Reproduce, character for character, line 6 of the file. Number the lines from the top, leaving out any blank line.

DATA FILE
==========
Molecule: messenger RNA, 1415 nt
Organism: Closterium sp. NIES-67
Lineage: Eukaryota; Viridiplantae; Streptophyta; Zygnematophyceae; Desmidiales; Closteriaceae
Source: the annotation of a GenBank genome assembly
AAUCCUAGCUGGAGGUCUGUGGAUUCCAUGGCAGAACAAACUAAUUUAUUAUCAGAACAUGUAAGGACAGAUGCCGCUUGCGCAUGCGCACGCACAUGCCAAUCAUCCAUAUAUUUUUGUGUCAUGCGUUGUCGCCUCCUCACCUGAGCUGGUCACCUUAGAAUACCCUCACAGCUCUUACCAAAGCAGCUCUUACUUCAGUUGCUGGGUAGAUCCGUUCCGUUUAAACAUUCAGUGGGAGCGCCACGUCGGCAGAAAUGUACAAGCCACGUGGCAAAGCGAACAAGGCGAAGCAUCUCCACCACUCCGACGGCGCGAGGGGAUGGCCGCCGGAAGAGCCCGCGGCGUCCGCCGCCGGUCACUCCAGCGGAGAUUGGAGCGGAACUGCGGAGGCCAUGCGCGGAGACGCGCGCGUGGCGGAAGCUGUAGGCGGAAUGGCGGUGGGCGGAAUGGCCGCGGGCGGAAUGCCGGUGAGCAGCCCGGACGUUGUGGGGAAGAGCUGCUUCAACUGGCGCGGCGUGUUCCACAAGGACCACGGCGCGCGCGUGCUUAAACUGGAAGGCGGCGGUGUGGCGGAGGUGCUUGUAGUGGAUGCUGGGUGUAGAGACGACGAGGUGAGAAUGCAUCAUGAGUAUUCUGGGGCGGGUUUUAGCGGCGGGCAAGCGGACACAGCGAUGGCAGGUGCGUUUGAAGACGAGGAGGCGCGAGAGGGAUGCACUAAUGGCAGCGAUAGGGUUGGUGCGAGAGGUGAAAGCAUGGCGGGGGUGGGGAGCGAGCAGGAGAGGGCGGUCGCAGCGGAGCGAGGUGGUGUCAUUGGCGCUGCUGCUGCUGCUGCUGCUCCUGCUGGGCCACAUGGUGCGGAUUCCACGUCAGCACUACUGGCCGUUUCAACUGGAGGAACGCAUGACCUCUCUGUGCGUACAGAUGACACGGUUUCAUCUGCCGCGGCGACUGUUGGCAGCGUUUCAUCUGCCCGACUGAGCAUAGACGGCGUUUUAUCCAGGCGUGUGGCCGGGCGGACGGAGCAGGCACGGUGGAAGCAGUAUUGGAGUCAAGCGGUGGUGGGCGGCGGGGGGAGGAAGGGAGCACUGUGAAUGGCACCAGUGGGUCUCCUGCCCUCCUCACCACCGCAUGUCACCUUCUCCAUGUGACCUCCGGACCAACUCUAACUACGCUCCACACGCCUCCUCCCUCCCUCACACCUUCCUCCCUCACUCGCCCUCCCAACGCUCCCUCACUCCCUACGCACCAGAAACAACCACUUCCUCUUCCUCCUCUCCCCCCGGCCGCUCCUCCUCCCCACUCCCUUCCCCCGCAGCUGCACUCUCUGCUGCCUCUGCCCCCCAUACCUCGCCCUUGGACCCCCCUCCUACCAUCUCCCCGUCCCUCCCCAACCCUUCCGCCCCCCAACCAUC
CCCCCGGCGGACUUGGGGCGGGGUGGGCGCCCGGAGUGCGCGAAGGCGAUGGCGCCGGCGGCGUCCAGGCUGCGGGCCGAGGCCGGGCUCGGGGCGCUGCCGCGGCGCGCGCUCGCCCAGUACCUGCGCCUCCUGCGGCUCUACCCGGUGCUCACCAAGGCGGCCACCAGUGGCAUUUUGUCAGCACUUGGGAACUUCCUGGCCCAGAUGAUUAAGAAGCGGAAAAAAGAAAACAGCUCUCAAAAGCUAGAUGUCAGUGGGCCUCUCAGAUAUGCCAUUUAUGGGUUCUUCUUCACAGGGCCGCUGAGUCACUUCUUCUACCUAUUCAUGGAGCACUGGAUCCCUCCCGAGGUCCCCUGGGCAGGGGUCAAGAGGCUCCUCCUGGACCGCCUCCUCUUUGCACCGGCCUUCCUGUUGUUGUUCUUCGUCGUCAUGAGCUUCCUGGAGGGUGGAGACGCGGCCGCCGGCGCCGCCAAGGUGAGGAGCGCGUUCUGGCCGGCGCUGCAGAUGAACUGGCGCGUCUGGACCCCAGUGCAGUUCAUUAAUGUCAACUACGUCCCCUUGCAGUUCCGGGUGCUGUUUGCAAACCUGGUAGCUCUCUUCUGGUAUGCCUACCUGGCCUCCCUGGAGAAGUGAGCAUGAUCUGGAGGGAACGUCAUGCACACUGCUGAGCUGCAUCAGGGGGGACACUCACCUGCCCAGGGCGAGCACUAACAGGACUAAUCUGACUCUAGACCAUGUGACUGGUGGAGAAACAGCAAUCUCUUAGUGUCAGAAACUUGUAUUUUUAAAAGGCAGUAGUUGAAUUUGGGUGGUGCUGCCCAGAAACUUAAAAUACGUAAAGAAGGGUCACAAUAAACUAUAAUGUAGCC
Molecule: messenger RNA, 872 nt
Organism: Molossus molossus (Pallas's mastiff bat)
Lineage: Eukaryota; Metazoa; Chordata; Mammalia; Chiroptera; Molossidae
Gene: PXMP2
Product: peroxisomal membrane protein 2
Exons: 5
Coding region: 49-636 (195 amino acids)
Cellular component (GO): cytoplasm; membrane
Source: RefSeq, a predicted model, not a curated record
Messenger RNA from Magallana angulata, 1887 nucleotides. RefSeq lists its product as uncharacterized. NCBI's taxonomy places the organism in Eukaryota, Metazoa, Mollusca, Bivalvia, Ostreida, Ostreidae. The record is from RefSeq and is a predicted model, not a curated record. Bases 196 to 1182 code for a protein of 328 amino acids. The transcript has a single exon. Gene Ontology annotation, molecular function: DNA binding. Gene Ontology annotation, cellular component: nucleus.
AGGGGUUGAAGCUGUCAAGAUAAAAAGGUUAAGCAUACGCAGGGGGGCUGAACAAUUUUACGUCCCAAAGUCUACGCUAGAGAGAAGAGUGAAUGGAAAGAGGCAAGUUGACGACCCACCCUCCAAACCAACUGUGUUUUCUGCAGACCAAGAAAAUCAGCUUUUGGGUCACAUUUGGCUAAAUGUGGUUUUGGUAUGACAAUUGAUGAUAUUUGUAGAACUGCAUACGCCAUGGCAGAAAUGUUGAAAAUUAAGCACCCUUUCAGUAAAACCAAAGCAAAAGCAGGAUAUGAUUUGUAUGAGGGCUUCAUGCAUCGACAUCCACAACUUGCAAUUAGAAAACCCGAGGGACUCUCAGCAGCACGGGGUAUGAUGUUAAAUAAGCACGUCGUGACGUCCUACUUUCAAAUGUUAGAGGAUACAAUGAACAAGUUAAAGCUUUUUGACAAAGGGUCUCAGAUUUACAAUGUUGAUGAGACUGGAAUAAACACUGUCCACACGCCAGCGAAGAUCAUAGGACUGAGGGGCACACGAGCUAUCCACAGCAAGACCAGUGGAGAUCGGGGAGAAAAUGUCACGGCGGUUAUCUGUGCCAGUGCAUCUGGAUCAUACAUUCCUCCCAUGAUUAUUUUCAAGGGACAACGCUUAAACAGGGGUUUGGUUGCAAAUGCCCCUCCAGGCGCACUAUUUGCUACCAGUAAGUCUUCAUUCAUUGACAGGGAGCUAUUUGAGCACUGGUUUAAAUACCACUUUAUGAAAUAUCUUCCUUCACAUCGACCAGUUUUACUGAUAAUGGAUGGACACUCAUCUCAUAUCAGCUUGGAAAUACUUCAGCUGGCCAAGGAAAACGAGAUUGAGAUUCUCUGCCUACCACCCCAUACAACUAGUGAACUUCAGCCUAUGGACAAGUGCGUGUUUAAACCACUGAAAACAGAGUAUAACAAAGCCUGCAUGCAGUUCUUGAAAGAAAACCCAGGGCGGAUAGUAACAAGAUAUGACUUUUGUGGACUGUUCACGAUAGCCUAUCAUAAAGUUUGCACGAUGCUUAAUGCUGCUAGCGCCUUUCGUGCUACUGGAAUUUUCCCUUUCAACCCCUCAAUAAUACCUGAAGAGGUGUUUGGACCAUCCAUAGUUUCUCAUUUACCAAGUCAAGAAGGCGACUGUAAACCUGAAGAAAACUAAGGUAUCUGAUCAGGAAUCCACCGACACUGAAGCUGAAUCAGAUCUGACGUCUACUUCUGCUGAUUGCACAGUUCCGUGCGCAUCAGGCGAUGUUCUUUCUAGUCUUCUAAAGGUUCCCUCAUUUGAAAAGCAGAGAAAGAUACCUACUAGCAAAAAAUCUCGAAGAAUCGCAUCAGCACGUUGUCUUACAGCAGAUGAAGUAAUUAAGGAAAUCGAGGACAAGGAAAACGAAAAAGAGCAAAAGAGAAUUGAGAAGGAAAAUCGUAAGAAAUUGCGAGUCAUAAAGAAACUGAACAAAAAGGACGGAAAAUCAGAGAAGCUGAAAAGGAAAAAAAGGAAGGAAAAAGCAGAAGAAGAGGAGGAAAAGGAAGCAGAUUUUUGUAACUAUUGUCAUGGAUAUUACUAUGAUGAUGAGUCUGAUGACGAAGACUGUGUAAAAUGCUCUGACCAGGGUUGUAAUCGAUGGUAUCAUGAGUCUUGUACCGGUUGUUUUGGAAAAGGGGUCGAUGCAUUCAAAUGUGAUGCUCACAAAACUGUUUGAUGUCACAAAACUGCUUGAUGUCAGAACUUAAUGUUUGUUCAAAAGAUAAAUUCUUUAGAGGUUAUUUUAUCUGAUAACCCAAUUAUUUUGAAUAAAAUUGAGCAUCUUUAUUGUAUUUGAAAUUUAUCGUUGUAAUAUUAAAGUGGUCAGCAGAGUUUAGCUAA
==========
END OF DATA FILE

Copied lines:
CCCCCGGCGGACUUGGGGCGGGGUGGGCGCCCGGAGUGCGCGAAGGCGAUGGCGCCGGCGGCGUCCAGGCUGCGGGCCGAGGCCGGGCUCGGGGCGCUGCCGCGGCGCGCGCUCGCCCAGUACCUGCGCCUCCUGCGGCUCUACCCGGUGCUCACCAAGGCGGCCACCAGUGGCAUUUUGUCAGCACUUGGGAACUUCCUGGCCCAGAUGAUUAAGAAGCGGAAAAAAGAAAACAGCUCUCAAAAGCUAGAUGUCAGUGGGCCUCUCAGAUAUGCCAUUUAUGGGUUCUUCUUCACAGGGCCGCUGAGUCACUUCUUCUACCUAUUCAUGGAGCACUGGAUCCCUCCCGAGGUCCCCUGGGCAGGGGUCAAGAGGCUCCUCCUGGACCGCCUCCUCUUUGCACCGGCCUUCCUGUUGUUGUUCUUCGUCGUCAUGAGCUUCCUGGAGGGUGGAGACGCGGCCGCCGGCGCCGCCAAGGUGAGGAGCGCGUUCUGGCCGGCGCUGCAGAUGAACUGGCGCGUCUGGACCCCAGUGCAGUUCAUUAAUGUCAACUACGUCCCCUUGCAGUUCCGGGUGCUGUUUGCAAACCUGGUAGCUCUCUUCUGGUAUGCCUACCUGGCCUCCCUGGAGAAGUGAGCAUGAUCUGGAGGGAACGUCAUGCACACUGCUGAGCUGCAUCAGGGGGGACACUCACCUGCCCAGGGCGAGCACUAACAGGACUAAUCUGACUCUAGACCAUGUGACUGGUGGAGAAACAGCAAUCUCUUAGUGUCAGAAACUUGUAUUUUUAAAAGGCAGUAGUUGAAUUUGGGUGGUGCUGCCCAGAAACUUAAAAUACGUAAAGAAGGGUCACAAUAAACUAUAAUGUAGCC